QAMISHLI, Syria (North Press)- The Caesar Act team, a group formed by the American Congress to advise the American administration on the application of sanctions against the Syrian government, revealed to North Press that Syrian President Bashar Assad will be forced to accept a political transition in Syria and the impact of the sanctions will be less on the northeastern region of Syria.
No choice for Damascus
Nizar Zakka, a member of the Caesar Act team and director of programs for the United States Institute of Peace, said in a phone call with North Press that “the Syrian government has no choice but to accept a transitional stage in Syria and cannot ignore the Caesar sanctions."
Zakka told North Press that, “The deteriorating economic situation in Iran and the increasing pressure on the border crossings between Syria and Lebanon will increase the impact of sanctions on the government, and this will help reduce support for the Syrian government.”
Officials in Lebanon are afraid that the acts will affect the living conditions in it, especially since there are illegal crossings with Syria controlled by Hezbollah, as Washington sees it hitting Hezbollah in the core.
Zakka, a Lebanese IT expert residing in Washington, was arrested by Iranian authorities during his visit to Iran in 2015 on charges of working for the U.S. He was released in June 2019 at the request of Lebanese officials. He is considered one of the godfathers of Caesar Act, who works with other members of the Caesar team formed by the American Congress. The team includes advisors from countries covered by the Act, whose mission is to prepare lists of the names of people, entities, and companies that support the Syrian government.
On the differences in the sanctions required by the Caesar Act previous US and EU primary sanctions on Syria, Zakka said: “Previous sanctions targeted individuals from the Assad regime’s inner circle, while the current sanctions will target entities providing assistance to the Assad regime’s war efforts, within the military, reconstruction, and energy sectors.
"The sanctions do not include only those who deal with the regime, but everyone who works to support its allies as well. For example, those who provide support to Lebanese Hezbollah or the Iraqi Hashd al-Shaabi (PMU) will be subject to sanctions, and in this way the Act blocks all roads to the Syrian regime," he added.
What about Qamishli?
On the impact of Caesar Act on the economic situation northeast Syria, which is run by the Autonomous Administration and supported by the U.S, he said, "This region will not be affected very much by the sanctions."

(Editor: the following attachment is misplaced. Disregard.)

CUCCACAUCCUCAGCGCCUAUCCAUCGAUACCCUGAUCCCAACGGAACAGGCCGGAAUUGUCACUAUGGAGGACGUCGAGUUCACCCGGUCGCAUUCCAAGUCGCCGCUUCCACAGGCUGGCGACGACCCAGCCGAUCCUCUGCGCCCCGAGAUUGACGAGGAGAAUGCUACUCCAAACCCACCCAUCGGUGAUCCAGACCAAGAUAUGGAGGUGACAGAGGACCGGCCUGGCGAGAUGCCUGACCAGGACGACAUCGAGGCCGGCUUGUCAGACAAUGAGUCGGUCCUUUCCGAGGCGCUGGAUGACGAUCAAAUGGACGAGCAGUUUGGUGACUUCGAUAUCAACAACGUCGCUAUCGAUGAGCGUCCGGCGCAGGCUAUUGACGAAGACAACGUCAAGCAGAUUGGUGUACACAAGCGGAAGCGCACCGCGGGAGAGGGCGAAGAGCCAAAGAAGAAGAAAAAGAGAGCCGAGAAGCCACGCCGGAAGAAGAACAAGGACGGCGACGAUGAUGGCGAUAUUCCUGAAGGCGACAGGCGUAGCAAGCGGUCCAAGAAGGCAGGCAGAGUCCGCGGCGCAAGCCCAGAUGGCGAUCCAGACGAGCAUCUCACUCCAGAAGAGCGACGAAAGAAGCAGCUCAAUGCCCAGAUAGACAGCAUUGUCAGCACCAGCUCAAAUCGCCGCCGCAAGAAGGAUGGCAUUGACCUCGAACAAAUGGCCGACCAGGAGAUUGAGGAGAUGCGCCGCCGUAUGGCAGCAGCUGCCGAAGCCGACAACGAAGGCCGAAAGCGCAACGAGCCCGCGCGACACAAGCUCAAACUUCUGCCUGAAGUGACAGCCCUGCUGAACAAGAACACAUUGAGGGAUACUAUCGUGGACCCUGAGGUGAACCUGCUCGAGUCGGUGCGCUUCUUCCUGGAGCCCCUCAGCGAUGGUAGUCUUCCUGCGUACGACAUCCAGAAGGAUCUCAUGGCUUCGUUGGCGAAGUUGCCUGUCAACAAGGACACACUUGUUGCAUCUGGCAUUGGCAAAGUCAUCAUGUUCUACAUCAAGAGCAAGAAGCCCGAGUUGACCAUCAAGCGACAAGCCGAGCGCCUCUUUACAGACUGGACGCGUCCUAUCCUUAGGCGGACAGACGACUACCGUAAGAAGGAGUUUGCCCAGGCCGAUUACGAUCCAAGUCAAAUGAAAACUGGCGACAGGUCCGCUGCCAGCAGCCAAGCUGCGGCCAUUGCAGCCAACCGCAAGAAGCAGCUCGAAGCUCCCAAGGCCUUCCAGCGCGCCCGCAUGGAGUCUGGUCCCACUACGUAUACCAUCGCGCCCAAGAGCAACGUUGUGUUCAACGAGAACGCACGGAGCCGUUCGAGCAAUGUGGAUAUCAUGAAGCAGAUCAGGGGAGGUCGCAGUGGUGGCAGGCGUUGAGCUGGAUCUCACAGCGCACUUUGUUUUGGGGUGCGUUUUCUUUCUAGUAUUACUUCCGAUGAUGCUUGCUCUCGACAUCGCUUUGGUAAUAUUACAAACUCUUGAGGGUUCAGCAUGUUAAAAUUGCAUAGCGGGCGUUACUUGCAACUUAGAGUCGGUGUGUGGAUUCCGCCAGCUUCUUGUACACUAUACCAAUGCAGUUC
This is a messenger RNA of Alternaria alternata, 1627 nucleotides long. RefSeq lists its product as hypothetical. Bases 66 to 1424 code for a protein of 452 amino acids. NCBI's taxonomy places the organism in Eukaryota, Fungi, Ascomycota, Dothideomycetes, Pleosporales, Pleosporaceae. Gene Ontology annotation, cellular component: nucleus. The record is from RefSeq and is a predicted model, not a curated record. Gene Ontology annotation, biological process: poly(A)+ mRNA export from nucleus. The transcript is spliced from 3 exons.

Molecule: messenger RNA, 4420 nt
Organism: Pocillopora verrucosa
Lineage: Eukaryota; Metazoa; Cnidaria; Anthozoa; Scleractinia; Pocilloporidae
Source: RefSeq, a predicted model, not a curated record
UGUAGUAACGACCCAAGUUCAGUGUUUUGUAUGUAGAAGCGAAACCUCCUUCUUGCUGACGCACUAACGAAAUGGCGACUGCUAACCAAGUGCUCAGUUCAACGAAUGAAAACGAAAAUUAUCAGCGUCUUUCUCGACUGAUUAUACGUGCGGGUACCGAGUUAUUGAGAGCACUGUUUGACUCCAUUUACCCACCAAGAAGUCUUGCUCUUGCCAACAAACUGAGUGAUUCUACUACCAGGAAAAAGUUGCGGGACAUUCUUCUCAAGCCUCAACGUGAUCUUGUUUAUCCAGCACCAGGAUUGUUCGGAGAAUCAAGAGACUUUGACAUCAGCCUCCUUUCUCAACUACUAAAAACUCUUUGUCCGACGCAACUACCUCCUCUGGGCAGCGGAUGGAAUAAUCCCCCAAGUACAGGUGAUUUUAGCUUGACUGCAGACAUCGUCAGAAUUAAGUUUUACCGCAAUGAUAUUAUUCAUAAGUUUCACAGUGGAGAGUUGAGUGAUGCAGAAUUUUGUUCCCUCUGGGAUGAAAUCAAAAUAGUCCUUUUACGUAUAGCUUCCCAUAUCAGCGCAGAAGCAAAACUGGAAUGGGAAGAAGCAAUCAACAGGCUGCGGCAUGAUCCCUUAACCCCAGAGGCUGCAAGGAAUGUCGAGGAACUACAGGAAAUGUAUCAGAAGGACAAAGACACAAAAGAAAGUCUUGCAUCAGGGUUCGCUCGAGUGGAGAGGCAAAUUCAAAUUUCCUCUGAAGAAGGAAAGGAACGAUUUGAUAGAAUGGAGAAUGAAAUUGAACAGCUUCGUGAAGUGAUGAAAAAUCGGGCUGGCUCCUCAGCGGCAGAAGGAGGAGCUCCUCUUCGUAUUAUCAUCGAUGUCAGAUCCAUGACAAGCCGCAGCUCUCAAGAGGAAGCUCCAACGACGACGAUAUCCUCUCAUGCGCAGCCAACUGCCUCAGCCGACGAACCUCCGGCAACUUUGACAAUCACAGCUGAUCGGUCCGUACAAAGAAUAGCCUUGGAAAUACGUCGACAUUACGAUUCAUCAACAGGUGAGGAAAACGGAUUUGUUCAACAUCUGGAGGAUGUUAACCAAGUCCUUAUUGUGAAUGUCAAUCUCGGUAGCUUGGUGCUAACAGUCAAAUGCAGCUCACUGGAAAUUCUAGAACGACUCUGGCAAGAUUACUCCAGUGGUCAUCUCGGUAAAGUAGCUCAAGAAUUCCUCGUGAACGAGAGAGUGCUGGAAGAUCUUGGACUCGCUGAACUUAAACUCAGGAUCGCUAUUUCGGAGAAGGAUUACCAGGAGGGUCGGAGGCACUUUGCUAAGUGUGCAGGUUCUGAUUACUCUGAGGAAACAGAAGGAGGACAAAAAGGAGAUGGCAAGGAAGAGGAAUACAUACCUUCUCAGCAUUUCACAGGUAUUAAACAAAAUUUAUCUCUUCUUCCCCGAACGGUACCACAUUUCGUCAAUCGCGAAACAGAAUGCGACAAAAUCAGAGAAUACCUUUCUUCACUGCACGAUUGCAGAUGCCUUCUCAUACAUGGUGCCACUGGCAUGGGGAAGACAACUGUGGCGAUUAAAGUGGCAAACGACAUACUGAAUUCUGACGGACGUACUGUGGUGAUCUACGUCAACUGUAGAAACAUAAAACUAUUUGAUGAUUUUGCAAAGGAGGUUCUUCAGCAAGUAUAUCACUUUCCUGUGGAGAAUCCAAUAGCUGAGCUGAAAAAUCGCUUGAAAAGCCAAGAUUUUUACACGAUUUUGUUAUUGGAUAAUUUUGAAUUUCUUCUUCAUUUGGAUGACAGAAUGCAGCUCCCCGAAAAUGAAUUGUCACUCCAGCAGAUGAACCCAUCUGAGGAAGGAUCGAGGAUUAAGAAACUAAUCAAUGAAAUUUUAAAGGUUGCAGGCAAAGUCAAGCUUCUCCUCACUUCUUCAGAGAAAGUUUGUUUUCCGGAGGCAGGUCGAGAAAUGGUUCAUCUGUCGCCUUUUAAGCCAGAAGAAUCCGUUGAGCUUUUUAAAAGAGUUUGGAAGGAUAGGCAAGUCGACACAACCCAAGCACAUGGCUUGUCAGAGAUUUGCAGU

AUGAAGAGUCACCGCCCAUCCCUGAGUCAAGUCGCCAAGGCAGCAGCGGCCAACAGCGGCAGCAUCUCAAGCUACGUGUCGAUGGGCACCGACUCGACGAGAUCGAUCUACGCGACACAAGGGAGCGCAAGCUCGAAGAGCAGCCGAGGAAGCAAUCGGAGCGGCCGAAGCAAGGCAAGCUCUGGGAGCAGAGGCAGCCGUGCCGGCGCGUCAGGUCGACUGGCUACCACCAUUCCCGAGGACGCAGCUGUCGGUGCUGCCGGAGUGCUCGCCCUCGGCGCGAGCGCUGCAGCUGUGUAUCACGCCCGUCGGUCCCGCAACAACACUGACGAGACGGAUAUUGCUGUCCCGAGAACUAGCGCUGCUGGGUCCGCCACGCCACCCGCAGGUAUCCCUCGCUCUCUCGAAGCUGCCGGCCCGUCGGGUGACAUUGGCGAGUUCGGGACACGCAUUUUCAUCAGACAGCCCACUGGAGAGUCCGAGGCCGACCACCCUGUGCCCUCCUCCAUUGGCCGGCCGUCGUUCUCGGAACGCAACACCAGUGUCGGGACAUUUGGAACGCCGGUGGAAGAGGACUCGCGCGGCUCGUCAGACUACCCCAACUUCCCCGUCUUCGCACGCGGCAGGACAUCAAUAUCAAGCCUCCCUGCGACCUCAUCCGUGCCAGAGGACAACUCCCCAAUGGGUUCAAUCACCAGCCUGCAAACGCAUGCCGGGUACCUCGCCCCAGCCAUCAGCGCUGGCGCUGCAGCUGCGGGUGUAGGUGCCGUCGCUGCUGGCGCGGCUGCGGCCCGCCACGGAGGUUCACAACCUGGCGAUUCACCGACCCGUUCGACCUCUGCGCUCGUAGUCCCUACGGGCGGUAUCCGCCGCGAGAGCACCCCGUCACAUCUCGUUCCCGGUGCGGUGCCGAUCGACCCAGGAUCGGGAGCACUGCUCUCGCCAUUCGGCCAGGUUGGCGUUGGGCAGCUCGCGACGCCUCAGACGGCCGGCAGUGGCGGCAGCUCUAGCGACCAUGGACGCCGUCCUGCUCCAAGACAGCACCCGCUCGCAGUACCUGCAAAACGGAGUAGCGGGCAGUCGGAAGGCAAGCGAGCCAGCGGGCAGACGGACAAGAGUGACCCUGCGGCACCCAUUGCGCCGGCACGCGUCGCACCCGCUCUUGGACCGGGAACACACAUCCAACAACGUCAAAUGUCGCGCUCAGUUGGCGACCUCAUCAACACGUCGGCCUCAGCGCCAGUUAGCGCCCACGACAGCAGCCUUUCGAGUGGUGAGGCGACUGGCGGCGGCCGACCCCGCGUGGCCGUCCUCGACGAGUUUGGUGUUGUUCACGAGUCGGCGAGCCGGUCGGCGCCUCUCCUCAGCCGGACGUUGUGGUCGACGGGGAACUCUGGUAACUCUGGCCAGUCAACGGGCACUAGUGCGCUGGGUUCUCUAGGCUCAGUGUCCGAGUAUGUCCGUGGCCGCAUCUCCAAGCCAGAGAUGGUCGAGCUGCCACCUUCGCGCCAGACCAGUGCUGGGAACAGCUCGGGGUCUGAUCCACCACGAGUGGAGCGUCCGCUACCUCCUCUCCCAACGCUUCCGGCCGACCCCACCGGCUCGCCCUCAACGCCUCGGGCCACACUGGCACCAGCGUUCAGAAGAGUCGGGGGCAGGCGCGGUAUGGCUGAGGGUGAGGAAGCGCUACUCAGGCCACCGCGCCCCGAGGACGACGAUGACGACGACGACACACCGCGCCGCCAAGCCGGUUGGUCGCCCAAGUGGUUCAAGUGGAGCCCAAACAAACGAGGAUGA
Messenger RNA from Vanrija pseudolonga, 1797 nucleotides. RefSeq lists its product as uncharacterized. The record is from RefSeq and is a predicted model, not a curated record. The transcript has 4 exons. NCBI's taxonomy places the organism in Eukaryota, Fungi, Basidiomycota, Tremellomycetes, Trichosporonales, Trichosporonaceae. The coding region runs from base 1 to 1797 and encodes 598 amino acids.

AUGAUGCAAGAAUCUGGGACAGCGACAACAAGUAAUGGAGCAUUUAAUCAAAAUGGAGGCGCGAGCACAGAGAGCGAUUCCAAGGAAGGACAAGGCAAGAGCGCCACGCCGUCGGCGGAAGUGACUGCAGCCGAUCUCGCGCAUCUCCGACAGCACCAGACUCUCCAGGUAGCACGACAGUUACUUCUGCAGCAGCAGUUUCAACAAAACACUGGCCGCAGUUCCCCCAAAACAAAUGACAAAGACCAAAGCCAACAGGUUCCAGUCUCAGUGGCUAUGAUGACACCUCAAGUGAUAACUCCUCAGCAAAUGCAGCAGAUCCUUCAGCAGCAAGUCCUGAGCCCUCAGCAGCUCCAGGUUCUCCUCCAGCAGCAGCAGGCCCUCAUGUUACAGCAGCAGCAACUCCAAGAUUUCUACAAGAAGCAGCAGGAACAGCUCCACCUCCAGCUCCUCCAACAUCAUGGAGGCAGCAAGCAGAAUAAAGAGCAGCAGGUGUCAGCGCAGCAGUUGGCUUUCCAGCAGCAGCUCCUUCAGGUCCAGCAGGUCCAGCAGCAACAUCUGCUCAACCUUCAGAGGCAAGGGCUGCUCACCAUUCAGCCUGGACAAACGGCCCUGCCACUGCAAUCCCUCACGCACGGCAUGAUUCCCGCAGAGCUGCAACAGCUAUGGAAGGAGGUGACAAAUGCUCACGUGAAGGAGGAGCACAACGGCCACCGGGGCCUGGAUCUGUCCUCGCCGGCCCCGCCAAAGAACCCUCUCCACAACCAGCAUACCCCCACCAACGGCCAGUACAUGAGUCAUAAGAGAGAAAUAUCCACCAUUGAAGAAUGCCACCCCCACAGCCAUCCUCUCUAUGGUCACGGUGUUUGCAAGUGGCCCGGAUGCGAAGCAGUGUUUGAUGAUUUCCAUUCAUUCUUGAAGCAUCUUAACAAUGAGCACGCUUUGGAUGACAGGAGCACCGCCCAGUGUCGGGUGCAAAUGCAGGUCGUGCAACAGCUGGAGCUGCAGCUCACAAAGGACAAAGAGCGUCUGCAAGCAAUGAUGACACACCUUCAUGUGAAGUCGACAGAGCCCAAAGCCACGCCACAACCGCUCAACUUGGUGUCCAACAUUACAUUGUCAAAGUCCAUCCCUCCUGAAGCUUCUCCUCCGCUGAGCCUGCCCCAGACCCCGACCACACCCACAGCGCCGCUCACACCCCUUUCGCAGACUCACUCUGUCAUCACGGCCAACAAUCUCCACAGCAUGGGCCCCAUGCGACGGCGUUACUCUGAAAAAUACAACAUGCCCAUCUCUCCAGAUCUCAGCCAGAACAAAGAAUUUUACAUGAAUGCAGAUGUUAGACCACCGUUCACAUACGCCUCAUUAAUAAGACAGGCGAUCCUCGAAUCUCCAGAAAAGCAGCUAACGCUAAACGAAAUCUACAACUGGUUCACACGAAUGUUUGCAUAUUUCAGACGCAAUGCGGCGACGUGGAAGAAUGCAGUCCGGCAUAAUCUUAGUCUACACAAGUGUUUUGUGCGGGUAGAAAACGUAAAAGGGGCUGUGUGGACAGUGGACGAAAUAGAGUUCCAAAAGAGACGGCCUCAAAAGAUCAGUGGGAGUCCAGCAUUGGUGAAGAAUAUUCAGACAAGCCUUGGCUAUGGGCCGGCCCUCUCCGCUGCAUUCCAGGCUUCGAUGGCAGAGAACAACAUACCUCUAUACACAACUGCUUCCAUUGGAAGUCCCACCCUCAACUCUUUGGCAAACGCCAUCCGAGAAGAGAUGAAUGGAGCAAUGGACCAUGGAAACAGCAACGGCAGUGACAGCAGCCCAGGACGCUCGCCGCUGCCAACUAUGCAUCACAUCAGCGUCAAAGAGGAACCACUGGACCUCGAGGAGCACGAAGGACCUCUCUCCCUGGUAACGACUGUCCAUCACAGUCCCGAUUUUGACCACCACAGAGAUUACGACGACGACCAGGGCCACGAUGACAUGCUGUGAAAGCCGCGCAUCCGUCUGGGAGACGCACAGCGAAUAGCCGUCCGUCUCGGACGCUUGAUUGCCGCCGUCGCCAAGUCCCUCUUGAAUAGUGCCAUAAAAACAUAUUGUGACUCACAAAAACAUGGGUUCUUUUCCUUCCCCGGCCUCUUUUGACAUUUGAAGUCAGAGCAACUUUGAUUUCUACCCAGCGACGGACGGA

"The situation in and around the city of Qamishli will be better, because it gets good quantities of dollars and foreign currencies compared to other Syrian regions, but may be affected a little by the fluctuation of the local currency which has plunged in value,” he added.
On the commercial movement between the government-controlled areas and the autonomous areas, he said, "The sanctions do not include domestic trade in Syria."
He explained that “individuals and companies involved in the trade of food and other goods between Qamishli and Damascus will not be subject to any sanctions.”
Officials in the Autonomous Administration of North and East Syria expressed their concern about the region being affected by American sanctions, as these regions are part of Syrian territory.
Badran Jia Kurd, a Kurdish official, said that “the Autonomous Administration regions will be exempt from the Caesar sanctions, but the mechanisms and means to achieve this exemption are not clear yet.”
“The sanctions would have an impact on this area, which trades with government-held Syria via local merchants and uses the Syrian pound, which has plunged in value,” Jia Kurd added.
Deputy Special Envoy to the Global Coalition to defeat ISIS, William Roebuck, told North Press that "the sanctions will not target the regions of North and East Syria or the Syrian people, but will only target the Syrian regime.”
Observers of the economic issue believe that the sanctions will cover the entire Syrian territory, while Washington will not be able to exempt the areas which aren’t held by the Syrian government, in contrast to the American statements.
Civilians are exempt
Zakka told North Press that “the law will not impose sanctions against the Syrian people; on the contrary, it is in the interest of Syrians and came as a step to protect them from the Syrian government and its security services. The Act will not target ordinary Syrian people."
He added that “the Syrian government has no direct support from Syrian people, so the sanctions do not target them.”
What will the act do?
Regarding the stages of the Caesar Act, Zakka said, “The sanctions will last for ten years and has several stages in terms of punitive regulation.”
He pointed out that the first stage of the sanctions actually started by issuing a small regulation that included supporters of the Syrian government, and this was only a warning to all supporters of the Syrian regime and its allies in Syria. He continued, "The U.S administration will issue major sanctions regulations in the next stage, in case they do not stop supporting the Syrian regime."
The first phase of Act came into effect on June 17, as approved by the US Senate in December. It included the imposition of sanctions on 39 individuals and entities in Syria that Washington considers responsible for violating human rights, including Syrian President Bashar Assad and his wife Asma Akhras.
The Caesar Act was named after a defector from the Syrian intelligence services, a military photographer codenamed Caesar, who submitted about 55,000 photos documenting the massacres and war crimes committed by Syrian security services against civilians and demonstrators in Syria since 2011.
(reporting by Hogir Abdo, editing by Lucas Chapman)